a trivial thought about the fear of a life where people come and go

a trivial thought about the fear of a life where people come and go.

To jaunt out into the world and leave your comfort zone is probably one of the most rewarding experiences you can ever give to yourself. Everyone who’s ever done it would tell you so. They would tell you that nothing, absolutely nothing, compares to that immense sensation of wanderlust and curiosity they all felt the day they set off. Because there isn’t. And they would tell you that the world is every bit as magical as you imagine it to be, and every bit as terrifying. And how there’s a dual harmony between the two that awakens an insatiable desire that can never die. An equal two-way desire of both the joy and the sadness found in this world. Because the joys are truly so many, but without the sadnesses as a constant reminder of how blessed we are, we often miss out on the opportunity to enjoy them while we can. Important.

But it comes with a price. Everything worth doing, having and experiencing often do, and far from it’s a monetary price. The thing is, in this unparalleled life constantly consisting of new acquaintances, unseen skylines, contradicting timezones, not yet savored cuisine and unexplored cultures, the person you spend the most time with is usually yourself. And that can either lift you up or completely break you down. And that is because most people are not entirely comfortable being by themselves. However, it’s the rare few who are brave enough to sit down with their loneliness, look it in the eyes, hold its hand, listen to what it has to say and allow for it stay whenever it comes to visit, that are the really fortunate ones in this world. Because they know that loneliness is not the time we spend in our own company. Far from.

People come and go into most people’s lives all the time, and that’s not a revelation of any kind. That’s just a fact. But what makes it unique for a traveler is that slowly, precariously and surely, you become so accustomed to this high flow of people that the old beaten process of getting to know someone, opening up bit by bit and taking time, is completely out the window. Because that’s just it, there is no time. And living a life where the one thing that unites most of us in it is that we’re trying to make the most of the time, we skip a few steps of the order in which things are normally done and instead go hardcore straight away. I can tell you, I’ve lost count on the occasions I’ve sat down next to someone I’ve met just moments earlier and opened up about something very personal to me, or the times when someone else has done this to me. Most of the time I don’t believe it’s about seeking for advice, it’s simply about ventilating. To prevent the things holding us down at the moment from nesting in our minds. I would describe myself as quite a private person normally, and that’s why I rely on the belief that we become adept at assessing quite quickly whom to trust, and whom not to. At the end of the day, we’re all strangers and know very little about one another. But I think it’s healthy. Not only to be reminded that all of us struggle sometimes, regardless of who we are. But, to trust.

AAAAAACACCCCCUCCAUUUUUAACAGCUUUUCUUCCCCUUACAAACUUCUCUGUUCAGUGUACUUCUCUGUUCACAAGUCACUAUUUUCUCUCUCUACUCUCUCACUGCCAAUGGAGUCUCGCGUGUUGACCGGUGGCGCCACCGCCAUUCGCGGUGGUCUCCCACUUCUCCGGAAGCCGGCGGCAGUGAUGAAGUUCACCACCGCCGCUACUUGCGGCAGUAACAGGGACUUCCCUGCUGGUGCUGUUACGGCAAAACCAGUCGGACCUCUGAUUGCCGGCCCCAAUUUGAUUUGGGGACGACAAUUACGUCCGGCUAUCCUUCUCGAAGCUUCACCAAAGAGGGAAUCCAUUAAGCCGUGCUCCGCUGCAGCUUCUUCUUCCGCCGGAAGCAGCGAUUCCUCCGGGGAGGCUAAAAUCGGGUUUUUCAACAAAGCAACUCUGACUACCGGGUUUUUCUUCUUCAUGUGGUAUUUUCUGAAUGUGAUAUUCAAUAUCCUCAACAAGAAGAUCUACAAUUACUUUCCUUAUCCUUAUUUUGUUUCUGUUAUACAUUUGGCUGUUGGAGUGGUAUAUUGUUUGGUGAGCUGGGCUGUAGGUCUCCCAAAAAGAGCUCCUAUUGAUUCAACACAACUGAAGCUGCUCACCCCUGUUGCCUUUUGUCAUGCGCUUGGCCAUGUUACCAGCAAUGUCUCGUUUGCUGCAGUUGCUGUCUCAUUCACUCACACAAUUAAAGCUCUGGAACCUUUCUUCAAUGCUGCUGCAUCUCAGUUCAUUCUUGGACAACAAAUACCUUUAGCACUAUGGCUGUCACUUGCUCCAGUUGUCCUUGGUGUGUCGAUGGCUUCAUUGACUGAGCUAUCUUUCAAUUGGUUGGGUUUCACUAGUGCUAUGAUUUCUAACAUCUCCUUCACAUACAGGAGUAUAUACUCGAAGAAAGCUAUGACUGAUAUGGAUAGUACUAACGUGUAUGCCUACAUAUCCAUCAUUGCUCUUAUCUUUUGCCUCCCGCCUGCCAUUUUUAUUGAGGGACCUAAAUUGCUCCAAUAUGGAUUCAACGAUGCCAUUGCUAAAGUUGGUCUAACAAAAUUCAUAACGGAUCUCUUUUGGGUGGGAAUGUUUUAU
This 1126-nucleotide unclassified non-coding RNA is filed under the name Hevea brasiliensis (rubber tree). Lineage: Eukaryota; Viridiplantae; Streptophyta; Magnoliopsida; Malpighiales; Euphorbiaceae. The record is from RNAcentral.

It’s can be a privilege to be able to choose your alone time, just as it can be a torment to have it chosen for you. In this life, it’s chosen for you very often, and if you don’t know how to dispose of that time, it can be lethal. By now I don’t think there can be any more existential questions a person can ask themselves while taxiing around an airport, walking down new streets in new cities and starring into the hotel room ceilings on jet-lagged nights than I have already done. But the reward for asking questions is finding answers. And I feel like I do all the time. Asking questions is scary quite often since you don’t always obtain the answers you’re looking for. Even scarier if there’s no one by your side in those moments. That’s why I don’t believe this life would work unless you know that you have your safety net, a phone call or a flight away. And that’s enough. For me, right now and right here. More than enough.

People may come and go, but we’re still here. And somehow, we’re fine. Maybe not right away, or even every day, but we’re fine. It’s a nice thought to think that at the end of the day you don’t really need anyone. That the people in your life are there because you chose them, and because they chose you. But perhaps one day you won’t chose them, or they won’t choose you anymore. You will choose differently. Perhaps nothing except for right here and right now can be granted, and for exactly that reason it’s a good idea to stop for a moment and take a look around you. We don’t know what won’t be here tomorrow, regardless of what we know today, so to celebrate anything that makes life a little bit more colorful, is never a bad idea. Life will continue to take turns we didn’t see coming. Some things we can control, so let’s. Some things we can’t control, so let’s. It took me some time to embrace, but there’s a genuine power hidden to be found behind the things we are powerless of. Just precisely that simple, and just precisely that difficult.